Meanwhile, another major housing project is planned in the valley between Glenwood Springs and Carbondale. Called Cattle Creek Crossing, it will be allowed 400 to 600 units on 282 acres of land. The land is owned by Related WestPac, which also purchased the base-area project at Snowmass Village from Aspen Skiing Co. and Intrawest.

It’s now official. Environmental groups, including Colorado Wild, have dropped their lawsuit against the U.S. Forest Service, which has agreed to start anew on its environmental impact statement for a proposed road. The road would be needed to service a real estate development planned at the base of the Wolf Creek Ski Area.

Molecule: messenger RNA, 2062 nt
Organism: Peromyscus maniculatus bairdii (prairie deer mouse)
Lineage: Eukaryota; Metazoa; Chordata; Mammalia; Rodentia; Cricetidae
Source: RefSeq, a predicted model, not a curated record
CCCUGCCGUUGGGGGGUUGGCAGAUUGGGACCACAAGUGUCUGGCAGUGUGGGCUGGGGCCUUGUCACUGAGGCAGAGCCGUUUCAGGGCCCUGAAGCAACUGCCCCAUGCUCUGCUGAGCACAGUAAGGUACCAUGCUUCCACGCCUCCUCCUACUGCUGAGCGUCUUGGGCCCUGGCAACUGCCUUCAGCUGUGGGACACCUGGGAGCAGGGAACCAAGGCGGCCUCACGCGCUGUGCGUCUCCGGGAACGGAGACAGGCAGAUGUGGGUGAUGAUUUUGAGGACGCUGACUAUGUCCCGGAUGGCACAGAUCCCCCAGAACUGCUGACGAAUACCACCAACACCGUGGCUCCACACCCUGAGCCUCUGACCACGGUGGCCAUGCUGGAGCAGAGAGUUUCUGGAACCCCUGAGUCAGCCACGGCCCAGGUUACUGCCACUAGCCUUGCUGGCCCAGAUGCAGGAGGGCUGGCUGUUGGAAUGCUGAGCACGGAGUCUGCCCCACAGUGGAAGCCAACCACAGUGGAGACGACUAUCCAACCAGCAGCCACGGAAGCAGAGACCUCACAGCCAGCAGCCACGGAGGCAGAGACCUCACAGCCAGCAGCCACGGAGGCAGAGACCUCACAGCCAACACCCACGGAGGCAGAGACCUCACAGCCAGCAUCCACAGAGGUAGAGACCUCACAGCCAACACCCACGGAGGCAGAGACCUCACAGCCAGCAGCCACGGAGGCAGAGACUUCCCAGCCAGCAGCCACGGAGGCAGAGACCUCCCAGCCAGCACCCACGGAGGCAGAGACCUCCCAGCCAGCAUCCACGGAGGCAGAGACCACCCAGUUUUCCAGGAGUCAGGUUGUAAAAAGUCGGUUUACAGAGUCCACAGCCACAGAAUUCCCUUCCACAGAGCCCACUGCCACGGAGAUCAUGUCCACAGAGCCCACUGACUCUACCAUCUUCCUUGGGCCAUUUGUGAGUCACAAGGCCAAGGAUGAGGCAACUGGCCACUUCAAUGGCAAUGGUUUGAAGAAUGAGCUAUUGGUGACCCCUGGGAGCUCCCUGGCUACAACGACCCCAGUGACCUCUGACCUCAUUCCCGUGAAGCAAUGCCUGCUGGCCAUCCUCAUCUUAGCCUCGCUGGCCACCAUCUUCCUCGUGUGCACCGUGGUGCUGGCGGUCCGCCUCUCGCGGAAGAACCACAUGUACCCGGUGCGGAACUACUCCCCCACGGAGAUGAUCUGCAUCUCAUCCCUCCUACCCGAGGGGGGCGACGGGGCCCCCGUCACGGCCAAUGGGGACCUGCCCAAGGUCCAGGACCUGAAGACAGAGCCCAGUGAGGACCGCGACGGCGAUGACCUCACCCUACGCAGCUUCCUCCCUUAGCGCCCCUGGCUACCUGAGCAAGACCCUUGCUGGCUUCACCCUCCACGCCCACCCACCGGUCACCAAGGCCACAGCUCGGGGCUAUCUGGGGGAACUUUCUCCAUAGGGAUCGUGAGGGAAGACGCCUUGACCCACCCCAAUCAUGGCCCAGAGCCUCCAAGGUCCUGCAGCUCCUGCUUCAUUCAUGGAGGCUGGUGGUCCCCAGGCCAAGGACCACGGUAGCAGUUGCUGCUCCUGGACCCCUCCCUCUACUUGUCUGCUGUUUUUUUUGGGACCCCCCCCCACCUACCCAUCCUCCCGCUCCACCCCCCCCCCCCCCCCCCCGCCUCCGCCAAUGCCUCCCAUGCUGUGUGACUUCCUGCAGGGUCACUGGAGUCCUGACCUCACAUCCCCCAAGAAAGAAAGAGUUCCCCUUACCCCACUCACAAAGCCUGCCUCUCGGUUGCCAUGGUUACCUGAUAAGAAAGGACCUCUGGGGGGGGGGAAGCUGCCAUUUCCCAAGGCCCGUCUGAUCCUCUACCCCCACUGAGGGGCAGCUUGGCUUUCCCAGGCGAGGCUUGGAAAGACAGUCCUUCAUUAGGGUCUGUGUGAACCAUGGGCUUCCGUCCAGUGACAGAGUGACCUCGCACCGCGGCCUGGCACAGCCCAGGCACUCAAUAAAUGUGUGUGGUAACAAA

But whether the Forest Service will draw any different conclusion is the key question. A press conference called by the U.S. Forest Service suggested it won’t.

“Federal law,” said Dan Dallas, supervisor of the Rio Grande National Forest, “requires this agency to provide reasonable access over public land to private property.” The Forest Service, he added, has no jurisdiction over private land.

Colorado Wild has argued that allowing the road accommodates the development, which in turn will have impacts to the Forest Service lands that surround it.

Those lands, aside from the ski area operations, remain largely undeveloped. The development plans of Billy Joe “Red” McCombs and his development frontman, Bob Honts, call for more than 2,000 housing units on the property, most in time-share ownership.

The Pitcher family, which has owned the ski area since the 1970s, originally was a partner with McCombs in the real estate development, but in the late 1990s abandoned their participation. The two have lawsuits and countersuits against each other.